Struggling to build workplace resilience? An expert shares 10 examples

In the last two years, more in the UK are recognising the merits of improving resilience. Our new research shows Google search data is changing:
• “Examples of showing resilience at work” online searches have tripled
• “Showing resilience at work” online searches have tripled
• “Resilience training in the workplace” online searches have doubled
If you’re interested in growing workplace resilience, having a list of practical examples to implement is a great starting point. Rex Fan, Lead Behavioural Insights Advisor at Bupa UK, shares everything that leaders need to know about building team resilience.

10 resilience at work examples
As a manager, taking the following approaches and sharing them with your team can help to build resilience from the top down:

1. Strong colleague relationships
A powerful team rapport isn’t something that happens overnight, but deeper team connections can naturally offer more stringent support when challenging times occur. Make the time to speak to your team to take an interest in what’s happening in their life outside of work.

2. Positive mental attitudes
If you don’t think of yourself as a naturally optimistic person, taking a moment to stop and think before you respond to situations can be a surprisingly simple way to help change your mindset.
Think about your usual reaction to certain situations. Reflect on the possible responses you could have chosen – this can help you to welcome future changes in a more controlled manner.

3. Reflection
Reviewing both good experiences at work isn’t always something that we make the time to do, but it’s always valuable. This helps to identify positive behaviours that helped you achieve your goals.

4. Learning from setbacks
When we have a bad day at work, it can be really tempting to forget it ever happened. Did your reaction hinder your progress? Could things have gone better if you’d reacted differently? Revisiting events and behaviours can help you to spot any behaviours that would be helpful for you to work on, that may help you react more positively in the future.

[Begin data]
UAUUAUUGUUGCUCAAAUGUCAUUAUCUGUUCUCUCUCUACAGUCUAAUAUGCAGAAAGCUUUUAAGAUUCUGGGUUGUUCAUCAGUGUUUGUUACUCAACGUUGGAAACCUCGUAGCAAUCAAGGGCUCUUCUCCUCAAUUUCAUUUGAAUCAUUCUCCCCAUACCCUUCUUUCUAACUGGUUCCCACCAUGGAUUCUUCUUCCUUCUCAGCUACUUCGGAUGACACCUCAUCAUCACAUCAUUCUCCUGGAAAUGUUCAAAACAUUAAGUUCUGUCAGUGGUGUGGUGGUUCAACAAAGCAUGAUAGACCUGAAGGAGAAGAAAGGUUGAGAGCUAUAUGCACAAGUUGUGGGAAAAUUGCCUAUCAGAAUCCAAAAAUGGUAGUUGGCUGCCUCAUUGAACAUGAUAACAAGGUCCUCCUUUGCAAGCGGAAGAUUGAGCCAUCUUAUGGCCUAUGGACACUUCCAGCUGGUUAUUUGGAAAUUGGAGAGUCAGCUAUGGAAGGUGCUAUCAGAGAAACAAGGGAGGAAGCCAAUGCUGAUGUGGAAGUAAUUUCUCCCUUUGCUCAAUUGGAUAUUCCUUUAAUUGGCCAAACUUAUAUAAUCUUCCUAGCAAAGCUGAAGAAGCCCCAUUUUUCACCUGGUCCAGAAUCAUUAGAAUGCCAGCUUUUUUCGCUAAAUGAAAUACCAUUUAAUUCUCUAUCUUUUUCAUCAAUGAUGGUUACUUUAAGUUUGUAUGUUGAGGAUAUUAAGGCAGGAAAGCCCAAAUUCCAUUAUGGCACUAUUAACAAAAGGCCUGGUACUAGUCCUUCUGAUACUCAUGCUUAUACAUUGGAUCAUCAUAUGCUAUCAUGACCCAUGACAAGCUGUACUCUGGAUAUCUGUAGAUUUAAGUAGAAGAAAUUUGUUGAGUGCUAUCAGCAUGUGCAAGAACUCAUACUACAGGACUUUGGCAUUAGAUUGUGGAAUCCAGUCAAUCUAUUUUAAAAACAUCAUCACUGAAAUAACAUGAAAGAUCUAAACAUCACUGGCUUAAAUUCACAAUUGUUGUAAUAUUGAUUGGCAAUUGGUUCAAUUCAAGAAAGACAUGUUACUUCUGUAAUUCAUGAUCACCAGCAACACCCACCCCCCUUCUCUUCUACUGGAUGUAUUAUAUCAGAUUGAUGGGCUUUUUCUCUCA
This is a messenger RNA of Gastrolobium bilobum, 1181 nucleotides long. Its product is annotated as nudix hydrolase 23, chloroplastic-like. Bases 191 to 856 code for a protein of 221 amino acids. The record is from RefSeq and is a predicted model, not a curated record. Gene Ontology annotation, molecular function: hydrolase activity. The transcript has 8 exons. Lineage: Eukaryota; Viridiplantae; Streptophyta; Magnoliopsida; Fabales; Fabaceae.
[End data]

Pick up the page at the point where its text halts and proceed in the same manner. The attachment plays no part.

5. Flexibility is embraced
Expecting your team to work in the same means others don’t have the opportunity to explore and share other ways of thinking. A more flexible approach may trigger new, more effective ways of working and learning that can help to keep things moving, even when times are uncertain.

6. Set your daily goals
If you’re feeling overwhelmed by your to do list, breaking it down into smaller, daily goals each morning can help you feel a lot more accomplished – and it’s a much more realistic way to work. Not only that, but goal setting also helps you to celebrate each of your successes as you achieve them.

7. Encourage regular breaks
When we sit working in the same spot for hours, it may feel productive, but it can actually be detrimental to our performance.
Research shows that we need brief breaks to protect our energy, mental clarity, creativity and focus. To enhance your team’s wellbeing and help build resilience, think about introducing them to the Pomodoro technique, where short bursts of activity are mixed with regular breaks.

8. Non-work bonding
Take the time to organise occasions that help your team bond on a more personal level. Team-building sessions, volunteering, retreats and social get-togethers can all help promote psychological safety within your team.

9. Sharing the art of mindfulness
Team mindfulness sessions can help to regain control of your thoughts, which can be especially useful for those feeling doubtful of the future. When practiced regularly, mindfulness can help your team to embrace work more positively.

10. Check in regularly
Help your team to practice their self-evaluation skills by hosting regular check-ins with them. Ask your team what they’re proud of, and where things could have got better. This can encourage them to think differently before acting to future scenarios.

The importance of resilience in the workplace

Like any sustainable changes, resilience takes time and dedication. However, if you feel like you’re getting nowhere, it could be a sign of mental health struggles.
Workplace benefits, like employee assistance programmes (EAP) and business health insurance may offer appointments with trained mental health professionals, which can be valuable to gain different perspectives and improve your overall wellbeing.
Encourage your team to seek these services if they’re available to them, as tackling issues earlier on is more likely to achieve better outcomes.